“Ginkaku-ji”

Kyoto, Japan. November 2018 (16 photos)

This is part 4 of my Japan 2018 photo series.

Above is the Zen temple Ginkaku-ji (銀閣寺, the “Temple of the Silver Pavilion”), officially named Jishō-ji (Temple of Shining Mercy). The two-storied Kannon-den is the main temple structure, the design of which sought to emulate the golden Kinkaku-ji. It is popularly known as the “Silver Pavilion” because of the initial plans to cover its exterior in silver foil. During the Ōnin War, construction was halted and the intent to coat the temple in silver foil was never realised.

“The grounds at Ginkaku-ji”

It’s worth the time strolling the beautiful grounds of Ginkaku-ji.

“Wabi Sabi”

“Sand”

“Tetsugaku-no-michi”

Ginkaku-ji is at the northern end of Tetsugaku-no-michi, the Philosopher’s Path, a lovely walking path alongside a canal in northern Higashiyama. It is named after a philosophy professor at Kyoto University, Nishida Kitaro (1870 – 1945), who would regularly walk along this canal among Kyoto’s most scenic spots. The path is famous for its cherry blossoms in the spring, and its colorful foliage in the autumn.

The actual path takes about 30 minutes to walk. But if you take the time to explore the various distractions along the way, well… it took me almost 5 hours.

“Kyoto Zen”

This was taken at Honen-in Temple, just off the Philosopher’s Path. Entering the main gate, one passes between two large mounds of sand, each raked with a design that changes regularly. Both had maple leaf designs when I was there. But it was the water bath/fountain that caught my attention. Two flowers and a leaf were at its spout. I’d like to think that was a random occurrence, however unlikely that may be, but it was quite beautiful to watch the water pouring over the leaf into the bowl below.

“A matter of trust”

One of a few unmanned stalls I saw in Kyoto. Take what you need and leave your money in the tin. Another such unmanned stall I came across along the Philosopher’s Path was selling bonsai seeds planted in moss bowls.

“Jizo”

A small shrine with multiple stone Jizo, something that is quite common to find throughout Kyoto. Jizo is the Buddhist patron deity of children (and travellers), and I was told the practice of placing baby bibs on the statues began when grieving parents did so in hopes it would protect their deceased child in the other world. Today, the practice is probably more commonly for aesthetic reasons.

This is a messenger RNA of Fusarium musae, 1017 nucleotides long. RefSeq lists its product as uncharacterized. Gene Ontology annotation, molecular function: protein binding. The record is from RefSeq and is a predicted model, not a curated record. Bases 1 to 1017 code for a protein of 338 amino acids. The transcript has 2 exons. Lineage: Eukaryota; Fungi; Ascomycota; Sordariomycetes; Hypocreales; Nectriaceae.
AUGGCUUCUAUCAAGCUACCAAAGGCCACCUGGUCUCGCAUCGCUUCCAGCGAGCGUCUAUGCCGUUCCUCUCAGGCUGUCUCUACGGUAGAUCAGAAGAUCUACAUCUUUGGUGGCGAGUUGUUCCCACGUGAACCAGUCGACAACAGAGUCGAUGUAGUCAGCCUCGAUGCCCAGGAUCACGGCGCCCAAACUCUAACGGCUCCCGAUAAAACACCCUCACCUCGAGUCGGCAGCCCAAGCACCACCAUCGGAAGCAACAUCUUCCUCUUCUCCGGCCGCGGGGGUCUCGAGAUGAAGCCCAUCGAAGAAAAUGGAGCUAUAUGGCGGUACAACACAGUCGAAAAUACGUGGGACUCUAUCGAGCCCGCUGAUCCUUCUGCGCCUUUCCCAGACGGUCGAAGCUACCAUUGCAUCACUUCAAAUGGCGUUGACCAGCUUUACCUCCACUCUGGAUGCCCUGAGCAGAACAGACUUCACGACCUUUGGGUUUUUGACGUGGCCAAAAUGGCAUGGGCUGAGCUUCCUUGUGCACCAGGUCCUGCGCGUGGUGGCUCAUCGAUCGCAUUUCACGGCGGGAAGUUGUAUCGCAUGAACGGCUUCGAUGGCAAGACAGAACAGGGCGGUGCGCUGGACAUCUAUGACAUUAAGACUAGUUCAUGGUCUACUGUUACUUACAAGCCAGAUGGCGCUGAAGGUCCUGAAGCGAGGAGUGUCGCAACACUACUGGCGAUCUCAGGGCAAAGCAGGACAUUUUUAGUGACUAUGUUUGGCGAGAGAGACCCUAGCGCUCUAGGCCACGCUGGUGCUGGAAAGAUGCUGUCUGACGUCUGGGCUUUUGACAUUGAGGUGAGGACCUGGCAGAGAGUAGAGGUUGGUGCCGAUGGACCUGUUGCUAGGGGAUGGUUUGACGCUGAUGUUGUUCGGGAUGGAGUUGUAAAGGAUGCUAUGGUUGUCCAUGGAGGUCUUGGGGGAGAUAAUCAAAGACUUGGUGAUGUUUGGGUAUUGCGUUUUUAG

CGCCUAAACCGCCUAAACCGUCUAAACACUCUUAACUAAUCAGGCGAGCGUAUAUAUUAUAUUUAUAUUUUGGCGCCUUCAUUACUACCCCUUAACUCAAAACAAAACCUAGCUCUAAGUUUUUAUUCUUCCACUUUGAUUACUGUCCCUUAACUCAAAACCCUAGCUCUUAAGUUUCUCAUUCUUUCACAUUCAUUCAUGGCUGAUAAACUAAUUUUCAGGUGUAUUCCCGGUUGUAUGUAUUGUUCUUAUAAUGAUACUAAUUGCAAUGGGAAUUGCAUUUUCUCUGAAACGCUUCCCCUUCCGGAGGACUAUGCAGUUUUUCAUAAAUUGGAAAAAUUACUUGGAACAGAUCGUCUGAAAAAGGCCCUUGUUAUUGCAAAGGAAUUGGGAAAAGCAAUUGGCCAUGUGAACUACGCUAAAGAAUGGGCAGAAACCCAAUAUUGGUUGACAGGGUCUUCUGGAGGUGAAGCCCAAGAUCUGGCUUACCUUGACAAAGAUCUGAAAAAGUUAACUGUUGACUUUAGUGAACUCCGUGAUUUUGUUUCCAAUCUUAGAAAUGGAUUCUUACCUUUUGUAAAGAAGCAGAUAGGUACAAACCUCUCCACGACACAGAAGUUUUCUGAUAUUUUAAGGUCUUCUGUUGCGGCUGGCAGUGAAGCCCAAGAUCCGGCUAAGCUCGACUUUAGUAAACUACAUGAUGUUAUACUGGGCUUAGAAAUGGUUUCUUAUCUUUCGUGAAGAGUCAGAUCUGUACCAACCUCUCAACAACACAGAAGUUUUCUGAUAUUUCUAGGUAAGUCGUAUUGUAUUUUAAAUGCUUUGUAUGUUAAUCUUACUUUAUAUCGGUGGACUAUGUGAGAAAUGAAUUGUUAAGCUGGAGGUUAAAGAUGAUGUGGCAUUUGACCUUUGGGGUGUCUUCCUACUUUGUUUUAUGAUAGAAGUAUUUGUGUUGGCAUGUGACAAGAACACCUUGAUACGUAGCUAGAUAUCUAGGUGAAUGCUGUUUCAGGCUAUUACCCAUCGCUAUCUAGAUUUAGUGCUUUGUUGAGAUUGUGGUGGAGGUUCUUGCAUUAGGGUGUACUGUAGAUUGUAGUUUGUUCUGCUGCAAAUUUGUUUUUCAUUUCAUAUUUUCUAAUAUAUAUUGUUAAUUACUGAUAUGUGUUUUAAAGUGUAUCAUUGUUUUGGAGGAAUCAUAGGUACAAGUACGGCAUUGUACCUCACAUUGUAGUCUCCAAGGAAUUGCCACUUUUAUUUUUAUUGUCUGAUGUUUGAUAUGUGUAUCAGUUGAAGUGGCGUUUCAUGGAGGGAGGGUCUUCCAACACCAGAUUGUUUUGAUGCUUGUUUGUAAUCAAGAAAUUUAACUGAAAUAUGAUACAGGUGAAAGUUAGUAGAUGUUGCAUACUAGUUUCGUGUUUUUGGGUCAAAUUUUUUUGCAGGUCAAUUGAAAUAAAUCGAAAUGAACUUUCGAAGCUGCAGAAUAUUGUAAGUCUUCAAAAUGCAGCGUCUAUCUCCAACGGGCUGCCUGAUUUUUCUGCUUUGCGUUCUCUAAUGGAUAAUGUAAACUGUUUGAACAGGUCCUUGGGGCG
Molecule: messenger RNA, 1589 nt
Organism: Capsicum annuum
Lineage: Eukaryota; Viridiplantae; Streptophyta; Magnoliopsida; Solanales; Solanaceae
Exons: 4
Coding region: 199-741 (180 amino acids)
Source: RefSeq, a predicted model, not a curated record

“The Path of Philosophy”

“Serenity now”

A small cemetery just off the Philosopher’s Path.

“Lignum Draco and the Philosopher’s Stone”

Along the path is this large stone. Carved into it is a poem by Nishida Kitaro, for whom the path is named. The English translation reads:

People are people,
and I will be myself.
Regardless,
the path I follow
I will follow on…

“Life in the slow lane”

“I love meeces to pieces”

This is the Otoyo-jinja Shrine, a shrine dedicated to the hero-god, Okuninushi, whose life was saved by a mouse, hence the guardian mice at his shrine. The mouse on the left is said to be holding sacred sake, a symbolic celebration of good harvests and happy childbirth. The mouse on the right carries a scroll, symbolic of learning.

“The pond at Eikando”

Marking the southern end of Tetsugaku-no-michi is the Eikando Temple, a place famous for its autumn colours.

“Little guys”

“May the falls be with you; always”

With that small waterfall in the background, I couldn’t help myself with that caption. 🙂

This is part 4 of my Japan 2018 photo series.

Leica Etcetera, Photography Etcetera

Kyoto Zen (2)

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77 thoughts on “Kyoto Zen (2)

    • Thank you very much. Yes, it’s reality not exaggeration. On this trip I lost my wallet containing 70000 yen, 2 credit cards and other sundry items on a train in Tokyo. I called Japan Rail 12 hours after I noticed the loss but there was no sign of it. It was found untouched and returned me 24 hours later.